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For their own good
Fifty years ago, they were screwed-up kids sent to the Florida School for Boys to be straightened out. But now they are screwed-up men, scarred by the whippings they endured. Read the story and see a video and portrait gallery.
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A man called Goof
By KEITH NIEBUHR
Published October 25, 2005
Say this much for Ray Goff: The man definitely has a sense of humor.
When the former Georgia player/coach received a phone call a few years ago informing him of his selection into the Georgia-Florida Hall of Fame, he jokingly asked the person on the other end, "Who nominated me, Florida?"
To many Georgia and Florida fans, the affable Goff was the man who couldn't beat Florida coach Steve Spurrier (he was 0-6 vs. his arch-enemy from 1990-95, but his team did defeat the Gators in 1989).
But those who followed the famed rivalry in the 1970s remember the other Goff, the standout quarterback who helped spoil the Gators' Southeastern Conference title hopes in 1975 and '76. In the '76 game, one of the series' most memorable, Goff rallied Georgia from a 27-13 halftime deficit to win 41-27, a loss some Gator fans never got over.
"I think I threw three TD passes and ran for two that day," said Goff, the 1976 SEC Player of the Year. "I'd have to say, it was my best game."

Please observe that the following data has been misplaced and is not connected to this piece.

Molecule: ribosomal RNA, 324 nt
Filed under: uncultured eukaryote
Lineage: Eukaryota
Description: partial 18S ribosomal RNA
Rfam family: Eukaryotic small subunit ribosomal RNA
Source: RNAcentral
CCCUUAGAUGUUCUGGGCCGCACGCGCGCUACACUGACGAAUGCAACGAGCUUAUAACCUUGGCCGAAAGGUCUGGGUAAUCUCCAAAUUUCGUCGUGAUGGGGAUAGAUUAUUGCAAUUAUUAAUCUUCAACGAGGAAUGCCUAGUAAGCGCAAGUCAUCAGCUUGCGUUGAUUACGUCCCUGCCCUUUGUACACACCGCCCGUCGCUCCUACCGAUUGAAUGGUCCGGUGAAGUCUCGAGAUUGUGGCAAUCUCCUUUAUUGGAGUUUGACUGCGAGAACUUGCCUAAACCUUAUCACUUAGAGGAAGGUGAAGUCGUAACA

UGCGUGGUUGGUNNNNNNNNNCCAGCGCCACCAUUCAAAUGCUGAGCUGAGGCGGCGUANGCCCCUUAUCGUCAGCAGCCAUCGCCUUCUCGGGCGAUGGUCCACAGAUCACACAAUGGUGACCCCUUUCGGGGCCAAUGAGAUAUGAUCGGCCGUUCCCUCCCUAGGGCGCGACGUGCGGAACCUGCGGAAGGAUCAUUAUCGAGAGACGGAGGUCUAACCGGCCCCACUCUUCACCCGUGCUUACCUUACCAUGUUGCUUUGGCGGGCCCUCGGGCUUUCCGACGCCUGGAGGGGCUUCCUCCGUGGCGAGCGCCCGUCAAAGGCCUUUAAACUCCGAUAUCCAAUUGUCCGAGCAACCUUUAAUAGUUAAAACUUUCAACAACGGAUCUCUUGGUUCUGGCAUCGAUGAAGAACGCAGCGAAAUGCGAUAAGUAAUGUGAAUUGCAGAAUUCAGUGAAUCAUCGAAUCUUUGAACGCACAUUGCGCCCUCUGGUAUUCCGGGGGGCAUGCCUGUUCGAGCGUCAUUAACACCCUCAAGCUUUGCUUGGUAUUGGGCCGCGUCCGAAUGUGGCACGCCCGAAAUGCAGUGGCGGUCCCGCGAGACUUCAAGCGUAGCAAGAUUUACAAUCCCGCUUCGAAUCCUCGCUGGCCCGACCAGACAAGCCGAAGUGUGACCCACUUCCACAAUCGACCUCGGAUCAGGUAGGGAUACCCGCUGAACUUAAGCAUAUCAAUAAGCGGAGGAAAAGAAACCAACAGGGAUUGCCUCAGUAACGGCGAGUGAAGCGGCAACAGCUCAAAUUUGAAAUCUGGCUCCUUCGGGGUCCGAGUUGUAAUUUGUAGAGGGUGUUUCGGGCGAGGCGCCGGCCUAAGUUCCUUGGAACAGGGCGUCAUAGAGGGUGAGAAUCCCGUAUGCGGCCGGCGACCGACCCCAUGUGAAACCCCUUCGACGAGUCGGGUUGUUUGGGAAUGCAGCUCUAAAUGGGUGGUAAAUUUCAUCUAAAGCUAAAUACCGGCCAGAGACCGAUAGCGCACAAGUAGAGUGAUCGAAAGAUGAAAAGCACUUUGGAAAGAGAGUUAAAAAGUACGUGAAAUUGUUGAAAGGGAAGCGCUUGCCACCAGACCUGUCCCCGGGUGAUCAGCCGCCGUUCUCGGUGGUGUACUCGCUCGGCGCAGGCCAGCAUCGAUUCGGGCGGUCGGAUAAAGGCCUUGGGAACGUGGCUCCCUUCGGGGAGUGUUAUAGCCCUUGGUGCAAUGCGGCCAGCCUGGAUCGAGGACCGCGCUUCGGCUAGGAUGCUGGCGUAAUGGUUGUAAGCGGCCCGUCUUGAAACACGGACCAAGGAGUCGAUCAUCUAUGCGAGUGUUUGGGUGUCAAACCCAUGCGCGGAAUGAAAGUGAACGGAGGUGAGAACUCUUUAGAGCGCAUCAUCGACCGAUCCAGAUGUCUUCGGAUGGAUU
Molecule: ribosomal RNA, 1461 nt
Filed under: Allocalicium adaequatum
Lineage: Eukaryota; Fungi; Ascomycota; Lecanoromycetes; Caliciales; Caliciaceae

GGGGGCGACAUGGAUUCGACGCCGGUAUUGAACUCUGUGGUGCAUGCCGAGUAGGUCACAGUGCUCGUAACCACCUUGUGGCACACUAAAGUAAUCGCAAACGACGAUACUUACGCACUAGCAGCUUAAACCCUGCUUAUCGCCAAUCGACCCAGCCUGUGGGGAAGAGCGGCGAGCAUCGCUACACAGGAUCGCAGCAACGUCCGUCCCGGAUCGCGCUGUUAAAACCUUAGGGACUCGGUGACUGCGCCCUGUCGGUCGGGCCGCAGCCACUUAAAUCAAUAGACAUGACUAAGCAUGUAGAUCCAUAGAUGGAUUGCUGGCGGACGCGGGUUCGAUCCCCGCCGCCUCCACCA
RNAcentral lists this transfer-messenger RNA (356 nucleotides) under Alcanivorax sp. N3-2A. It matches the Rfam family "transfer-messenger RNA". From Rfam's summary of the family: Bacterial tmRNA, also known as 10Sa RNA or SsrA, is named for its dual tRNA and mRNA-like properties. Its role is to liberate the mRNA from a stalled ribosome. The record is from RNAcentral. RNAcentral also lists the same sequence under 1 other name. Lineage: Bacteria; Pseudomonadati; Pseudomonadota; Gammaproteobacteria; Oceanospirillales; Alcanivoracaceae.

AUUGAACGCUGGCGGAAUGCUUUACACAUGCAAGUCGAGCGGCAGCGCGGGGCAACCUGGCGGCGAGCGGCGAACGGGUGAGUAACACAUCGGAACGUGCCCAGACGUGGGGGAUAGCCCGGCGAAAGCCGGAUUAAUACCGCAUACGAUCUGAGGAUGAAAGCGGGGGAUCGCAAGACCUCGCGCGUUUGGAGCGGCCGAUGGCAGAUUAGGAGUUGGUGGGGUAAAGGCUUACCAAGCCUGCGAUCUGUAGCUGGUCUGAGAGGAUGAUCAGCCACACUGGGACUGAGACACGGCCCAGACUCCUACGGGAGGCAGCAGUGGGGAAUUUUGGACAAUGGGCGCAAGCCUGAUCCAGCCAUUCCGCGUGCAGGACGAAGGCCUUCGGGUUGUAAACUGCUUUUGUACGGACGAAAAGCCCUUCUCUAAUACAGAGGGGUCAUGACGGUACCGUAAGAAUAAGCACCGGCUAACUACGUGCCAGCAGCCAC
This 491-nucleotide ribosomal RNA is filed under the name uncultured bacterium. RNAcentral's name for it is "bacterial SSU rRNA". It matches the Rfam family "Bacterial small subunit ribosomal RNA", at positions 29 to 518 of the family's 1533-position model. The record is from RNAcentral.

Goff, 50, a longtime Georgia assistant under Bulldogs legend Vince Dooley, coached his final game in 1995. He still lives in Athens and continues to follow - and root for - the Dawgs. He hosts a weekly radio show, works in real estate and owns a chain of Zaxby's restaurants, one of which is located a stone's throw from the University of Florida campus in Gainesville.
"It's a great town," Goff said. "My brother lives in Gainesville and my nephew, Will, was born at Shands ... but that's where it's going to end."
As for his personal rivalry with with Spurrier, Goff said much of it was overblown. Spurrier seemed to revel in poking fun at Goff. And Goff, as many recall, added to the mix in the early 1990s when he told a Bulldog Club gathering he wanted to get Spurrier alone in an alley for a few minutes.
"I had never said anything like that before," Goff said. "I was joking. I remember saying I think I could take him. And I still believe that today. I've been around him enough. And I'm 6-foot-4."